Building the Data Warehouse

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The primary issue of granularity is that of getting it at the right level. The level of granularity needs to be neither too high or too low.


The trade-off in choosing the right levels of granularity—as discussed in Chapter 2—centers around managing the volume of data and storing data at too high a level of granularity, to the point that detailed data is so voluminous that it is unusable. In addition, if there is to be a truly large amount of data, consideration must be given to putting the inactive portion of the data into overflow storage.

Raw Estimates


The starting point for determining the appropriate level of granularity is to do a raw estimate of the number of rows of data and the DASD (direct access storage device) that will be in the data warehouse. Admittedly, in the best of circumstances, only an estimate can be made. But all that is required at the inception of building the warehouse is an order-of-magnitude estimate.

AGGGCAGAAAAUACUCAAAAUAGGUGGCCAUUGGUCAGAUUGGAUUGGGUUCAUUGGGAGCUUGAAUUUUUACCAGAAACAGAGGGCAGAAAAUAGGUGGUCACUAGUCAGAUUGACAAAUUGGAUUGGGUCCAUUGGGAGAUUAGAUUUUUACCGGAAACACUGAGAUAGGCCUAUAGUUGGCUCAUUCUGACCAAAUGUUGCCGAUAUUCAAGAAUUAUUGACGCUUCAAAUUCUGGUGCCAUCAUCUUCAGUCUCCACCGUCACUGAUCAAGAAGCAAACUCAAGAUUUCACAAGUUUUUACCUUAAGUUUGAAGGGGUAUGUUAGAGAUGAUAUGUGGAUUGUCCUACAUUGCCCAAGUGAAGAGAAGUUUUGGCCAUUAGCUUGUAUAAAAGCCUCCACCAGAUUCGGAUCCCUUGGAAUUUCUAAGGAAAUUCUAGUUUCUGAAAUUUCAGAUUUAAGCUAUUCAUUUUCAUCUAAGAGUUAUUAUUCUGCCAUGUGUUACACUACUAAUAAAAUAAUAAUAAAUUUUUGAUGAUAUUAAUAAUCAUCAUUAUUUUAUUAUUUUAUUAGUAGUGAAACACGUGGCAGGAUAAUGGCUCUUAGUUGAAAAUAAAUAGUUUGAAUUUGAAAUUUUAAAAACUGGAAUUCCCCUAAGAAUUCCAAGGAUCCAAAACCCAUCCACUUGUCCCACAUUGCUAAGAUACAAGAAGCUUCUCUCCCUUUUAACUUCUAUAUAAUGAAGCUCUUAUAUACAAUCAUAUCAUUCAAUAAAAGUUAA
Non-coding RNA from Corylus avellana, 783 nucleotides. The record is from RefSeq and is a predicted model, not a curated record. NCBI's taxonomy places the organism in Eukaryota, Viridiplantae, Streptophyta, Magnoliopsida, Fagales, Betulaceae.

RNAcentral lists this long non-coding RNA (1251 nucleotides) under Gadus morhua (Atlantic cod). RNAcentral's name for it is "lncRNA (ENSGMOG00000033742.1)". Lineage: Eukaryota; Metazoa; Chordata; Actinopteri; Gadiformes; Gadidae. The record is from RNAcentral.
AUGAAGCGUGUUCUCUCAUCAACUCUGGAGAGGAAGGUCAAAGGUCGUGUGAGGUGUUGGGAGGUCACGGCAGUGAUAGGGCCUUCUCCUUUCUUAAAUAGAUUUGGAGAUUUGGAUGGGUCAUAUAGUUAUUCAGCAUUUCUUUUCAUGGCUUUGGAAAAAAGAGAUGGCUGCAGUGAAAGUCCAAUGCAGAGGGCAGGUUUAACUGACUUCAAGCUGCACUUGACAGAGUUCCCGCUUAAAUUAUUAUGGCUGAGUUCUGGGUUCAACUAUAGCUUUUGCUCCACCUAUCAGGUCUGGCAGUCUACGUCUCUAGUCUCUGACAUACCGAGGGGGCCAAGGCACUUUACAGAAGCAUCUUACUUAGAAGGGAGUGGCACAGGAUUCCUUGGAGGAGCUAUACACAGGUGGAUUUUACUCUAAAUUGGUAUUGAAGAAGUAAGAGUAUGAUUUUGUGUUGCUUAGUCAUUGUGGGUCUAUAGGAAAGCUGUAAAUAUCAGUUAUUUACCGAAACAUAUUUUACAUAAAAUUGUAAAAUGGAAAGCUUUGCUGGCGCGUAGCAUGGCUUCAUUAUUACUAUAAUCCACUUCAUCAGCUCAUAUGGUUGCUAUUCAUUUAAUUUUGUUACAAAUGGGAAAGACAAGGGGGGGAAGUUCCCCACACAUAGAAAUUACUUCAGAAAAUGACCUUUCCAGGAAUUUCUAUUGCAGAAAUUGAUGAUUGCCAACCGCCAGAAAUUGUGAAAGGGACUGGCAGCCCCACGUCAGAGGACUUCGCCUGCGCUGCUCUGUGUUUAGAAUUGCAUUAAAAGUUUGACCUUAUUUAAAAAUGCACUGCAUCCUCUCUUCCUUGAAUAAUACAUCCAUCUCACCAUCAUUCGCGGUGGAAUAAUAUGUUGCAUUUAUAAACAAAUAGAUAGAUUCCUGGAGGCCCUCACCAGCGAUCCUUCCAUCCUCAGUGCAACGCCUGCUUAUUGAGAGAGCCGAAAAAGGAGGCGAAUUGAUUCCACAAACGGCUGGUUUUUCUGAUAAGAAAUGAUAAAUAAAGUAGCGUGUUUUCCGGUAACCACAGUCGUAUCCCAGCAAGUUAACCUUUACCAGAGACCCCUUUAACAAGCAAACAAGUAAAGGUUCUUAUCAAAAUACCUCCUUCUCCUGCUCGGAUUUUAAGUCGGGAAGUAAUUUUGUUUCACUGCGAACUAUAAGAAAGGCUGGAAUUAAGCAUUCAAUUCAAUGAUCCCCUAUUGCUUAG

The raw estimate of the number of rows of data that will reside in the data warehouse tells the architect a great deal. If there are only 10,000 rows, almost any level of granularity will do. If there are 10 million rows, a low level of granularity is needed. If there are 10 billion rows, not only is a low level of granularity needed, but a major portion of the data must go into overflow storage.


Figure 4.1 shows an algorithmic path to calculate the space occupied by a data warehouse. The first step is to identify all the tables to be built. As a rule of thumb, there will be one or two really large tables and many smaller supporting tables. Next, estimate the size of the row in each table. It is likely that the exact size will not be known. A lower-bound estimate and an upper-bound estimate are sufficient.

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